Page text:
But persecution is still very high. The man who gave his land to build the church is ostracized and is regularly subject to beatings by his neighbors. His daughter was captured and given to a M*slim man as one of his wives. I don’t know how, but somehow this brave man got her back and she is once again living with her mother and father.
What this village needs is community development of some sort, such as child sponsorship. Doing something substantial for the village will curry favor with the people and earn the right to speak into lives. Without some sort of humanitarian effort, the church is viewed as a threat and an enemy. Compassion International will not consider this village because the church is struggling and the area is difficult. I understand the need for organizational criteria… but without something, the Good News of Jesus Christ will not be credible in this village. I think of what James 2: 14-16 says:
What good is it, dear brothers and sisters, if you say you have faith but don’t show it by your actions? Can that kind of faith save anyone?
Suppose you see a brother or sister who has no food or clothing, and you say,
“Good-bye and have a good day; stay warm and eat well” – but then you don’t give that person any food or clothing.
What good does that do?
The next visit was to missionary “J”. He is of the tribe we are trying to reach and lived in the main town. But his heart was drawn to a certain village some distance away, and he traveled there weekly for a year just to pray with one other tribesman who was a Christ-follower. Last April “J” moved to the village and started sharing about Jesus. Slowly, a family at a time have come to Christ even though it is very dangerous for a M*slim to convert and become Kefir. Twenty-one Christians now meet in a new believer’s house for silent prayer. They never gather at the same time or on the same day as it is too dangerous to do so. They cannot sing out loud. Because they are not recognized as a licensed church, the local government (all M*slim) and/or the neighbors will break up any Christian gathering and severely beat those attending saying, “You are not legal. You cannot meet.” The need for this struggling band of Christ-followers is to secure a religious license from a recognized denomination and acquire a facility. M*slims are very tied to their mosque and, when they convert to Christianity, find it difficult to meet in homes. Some say, “When you get a building to pray in, I will come.”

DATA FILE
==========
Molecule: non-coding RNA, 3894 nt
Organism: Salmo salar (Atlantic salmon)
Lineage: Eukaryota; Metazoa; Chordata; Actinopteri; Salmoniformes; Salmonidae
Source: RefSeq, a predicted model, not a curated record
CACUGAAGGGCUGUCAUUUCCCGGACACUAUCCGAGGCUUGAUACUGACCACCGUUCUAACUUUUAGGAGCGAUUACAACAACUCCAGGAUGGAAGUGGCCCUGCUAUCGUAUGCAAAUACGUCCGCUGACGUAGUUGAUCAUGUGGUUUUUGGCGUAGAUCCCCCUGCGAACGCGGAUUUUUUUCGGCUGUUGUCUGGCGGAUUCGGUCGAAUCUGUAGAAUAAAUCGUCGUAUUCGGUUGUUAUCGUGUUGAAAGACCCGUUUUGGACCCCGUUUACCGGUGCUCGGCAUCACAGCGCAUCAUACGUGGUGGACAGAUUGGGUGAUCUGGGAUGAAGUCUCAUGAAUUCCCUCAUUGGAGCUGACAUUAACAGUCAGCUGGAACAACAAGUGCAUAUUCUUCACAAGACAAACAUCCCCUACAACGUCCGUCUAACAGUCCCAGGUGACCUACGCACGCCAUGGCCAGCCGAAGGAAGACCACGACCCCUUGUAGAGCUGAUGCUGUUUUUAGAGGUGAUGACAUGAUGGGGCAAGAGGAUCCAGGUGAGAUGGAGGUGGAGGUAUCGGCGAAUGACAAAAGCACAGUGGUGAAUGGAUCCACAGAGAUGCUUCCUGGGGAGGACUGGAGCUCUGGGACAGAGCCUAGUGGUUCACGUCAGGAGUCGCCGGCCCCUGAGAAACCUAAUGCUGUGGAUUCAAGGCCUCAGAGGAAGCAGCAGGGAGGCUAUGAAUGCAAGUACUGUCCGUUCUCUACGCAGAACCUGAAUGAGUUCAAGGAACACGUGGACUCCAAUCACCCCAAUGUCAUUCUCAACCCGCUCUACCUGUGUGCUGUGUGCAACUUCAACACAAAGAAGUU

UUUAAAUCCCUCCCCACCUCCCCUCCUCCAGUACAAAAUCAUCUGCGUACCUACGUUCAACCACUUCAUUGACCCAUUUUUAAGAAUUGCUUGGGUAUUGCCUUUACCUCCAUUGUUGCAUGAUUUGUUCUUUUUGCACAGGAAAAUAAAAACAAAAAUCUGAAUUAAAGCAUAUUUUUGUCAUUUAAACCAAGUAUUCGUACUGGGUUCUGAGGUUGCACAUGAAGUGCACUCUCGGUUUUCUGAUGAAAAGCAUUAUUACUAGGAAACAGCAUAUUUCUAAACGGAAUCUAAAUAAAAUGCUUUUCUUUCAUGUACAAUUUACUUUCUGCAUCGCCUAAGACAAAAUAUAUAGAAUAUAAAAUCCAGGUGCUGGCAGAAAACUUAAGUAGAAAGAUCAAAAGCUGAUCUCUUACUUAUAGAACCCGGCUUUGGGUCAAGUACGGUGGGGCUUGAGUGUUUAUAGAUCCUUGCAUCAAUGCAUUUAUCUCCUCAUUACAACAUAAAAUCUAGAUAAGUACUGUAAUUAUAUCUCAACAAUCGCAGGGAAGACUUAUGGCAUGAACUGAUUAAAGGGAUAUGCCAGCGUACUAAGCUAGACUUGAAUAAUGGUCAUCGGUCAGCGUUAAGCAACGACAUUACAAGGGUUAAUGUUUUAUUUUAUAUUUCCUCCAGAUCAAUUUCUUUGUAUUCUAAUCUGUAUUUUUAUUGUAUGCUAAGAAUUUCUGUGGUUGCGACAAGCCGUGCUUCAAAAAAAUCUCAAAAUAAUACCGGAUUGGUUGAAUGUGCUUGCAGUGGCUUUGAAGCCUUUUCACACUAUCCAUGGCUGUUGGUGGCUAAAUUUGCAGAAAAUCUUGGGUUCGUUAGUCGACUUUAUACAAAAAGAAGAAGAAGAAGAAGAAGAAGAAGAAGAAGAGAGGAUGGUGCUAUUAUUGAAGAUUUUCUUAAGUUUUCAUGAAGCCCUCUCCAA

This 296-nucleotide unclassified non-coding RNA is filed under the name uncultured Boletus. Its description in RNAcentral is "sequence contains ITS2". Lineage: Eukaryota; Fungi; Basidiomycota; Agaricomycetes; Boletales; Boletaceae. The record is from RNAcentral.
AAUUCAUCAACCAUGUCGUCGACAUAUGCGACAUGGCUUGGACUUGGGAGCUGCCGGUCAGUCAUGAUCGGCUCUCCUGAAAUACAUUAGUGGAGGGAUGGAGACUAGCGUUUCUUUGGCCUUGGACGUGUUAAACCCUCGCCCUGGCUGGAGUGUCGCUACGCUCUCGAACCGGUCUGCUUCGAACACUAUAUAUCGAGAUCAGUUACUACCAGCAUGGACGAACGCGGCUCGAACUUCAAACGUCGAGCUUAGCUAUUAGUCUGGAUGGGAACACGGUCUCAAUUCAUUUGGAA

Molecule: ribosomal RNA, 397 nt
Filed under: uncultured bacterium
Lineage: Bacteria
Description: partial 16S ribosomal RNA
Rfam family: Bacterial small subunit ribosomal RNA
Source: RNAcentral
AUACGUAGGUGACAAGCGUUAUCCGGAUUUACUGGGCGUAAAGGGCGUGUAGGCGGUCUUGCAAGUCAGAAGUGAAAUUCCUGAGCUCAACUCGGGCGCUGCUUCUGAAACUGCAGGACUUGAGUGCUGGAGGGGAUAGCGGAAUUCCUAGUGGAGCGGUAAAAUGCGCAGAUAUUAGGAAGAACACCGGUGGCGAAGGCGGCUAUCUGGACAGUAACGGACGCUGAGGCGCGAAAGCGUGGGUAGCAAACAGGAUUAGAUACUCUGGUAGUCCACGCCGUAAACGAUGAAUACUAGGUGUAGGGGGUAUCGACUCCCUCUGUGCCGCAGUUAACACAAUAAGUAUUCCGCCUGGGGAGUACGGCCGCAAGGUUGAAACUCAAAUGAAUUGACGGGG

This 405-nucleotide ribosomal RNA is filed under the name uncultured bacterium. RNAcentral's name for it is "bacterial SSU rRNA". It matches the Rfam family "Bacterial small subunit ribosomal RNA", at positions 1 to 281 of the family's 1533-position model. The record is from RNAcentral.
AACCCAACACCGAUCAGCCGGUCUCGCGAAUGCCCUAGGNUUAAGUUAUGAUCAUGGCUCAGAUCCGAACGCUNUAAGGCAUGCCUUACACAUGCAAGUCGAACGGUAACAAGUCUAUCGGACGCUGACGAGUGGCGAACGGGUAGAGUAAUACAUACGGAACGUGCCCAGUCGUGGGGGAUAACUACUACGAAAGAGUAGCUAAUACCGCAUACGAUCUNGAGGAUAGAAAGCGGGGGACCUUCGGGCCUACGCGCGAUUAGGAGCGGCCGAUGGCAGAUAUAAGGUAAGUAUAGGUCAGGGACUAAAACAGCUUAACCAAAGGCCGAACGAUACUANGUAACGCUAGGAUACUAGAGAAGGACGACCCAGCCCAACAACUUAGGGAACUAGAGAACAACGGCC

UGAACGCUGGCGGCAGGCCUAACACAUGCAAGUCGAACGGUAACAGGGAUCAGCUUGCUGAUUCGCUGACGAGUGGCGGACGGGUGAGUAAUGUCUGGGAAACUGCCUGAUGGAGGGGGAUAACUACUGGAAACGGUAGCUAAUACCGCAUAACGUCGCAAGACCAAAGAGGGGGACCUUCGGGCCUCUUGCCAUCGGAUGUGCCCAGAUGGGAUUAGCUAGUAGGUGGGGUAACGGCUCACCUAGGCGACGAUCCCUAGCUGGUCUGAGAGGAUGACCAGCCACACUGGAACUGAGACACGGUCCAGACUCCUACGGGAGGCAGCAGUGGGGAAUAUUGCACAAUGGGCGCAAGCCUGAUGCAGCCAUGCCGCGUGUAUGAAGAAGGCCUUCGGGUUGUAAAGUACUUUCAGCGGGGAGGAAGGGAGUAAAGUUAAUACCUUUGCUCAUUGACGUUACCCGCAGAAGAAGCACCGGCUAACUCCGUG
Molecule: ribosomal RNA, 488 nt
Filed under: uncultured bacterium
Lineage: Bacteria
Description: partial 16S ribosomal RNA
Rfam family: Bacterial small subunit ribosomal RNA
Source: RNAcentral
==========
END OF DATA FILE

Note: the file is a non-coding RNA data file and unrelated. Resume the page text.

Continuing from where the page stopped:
There are so many challenges reaching this tribe for Christ! It is slow, arduous and dangerous work. We came away from each visit overwhelmed with the complexities of breaking ground in a new place. But we are comforted knowing it is not for any one person to fix problems and meet every need. God is able to further His purposes His way and in His timing. We need to be faithful to pray. And we are praying fervently for U.S. churches and individuals who have a heart for the persecuted church and are willing to invest their resources to further God’s kingdom in an unreached people group.
I will keep my eyes only on the Lord,
with Him at my side I will not be shaken.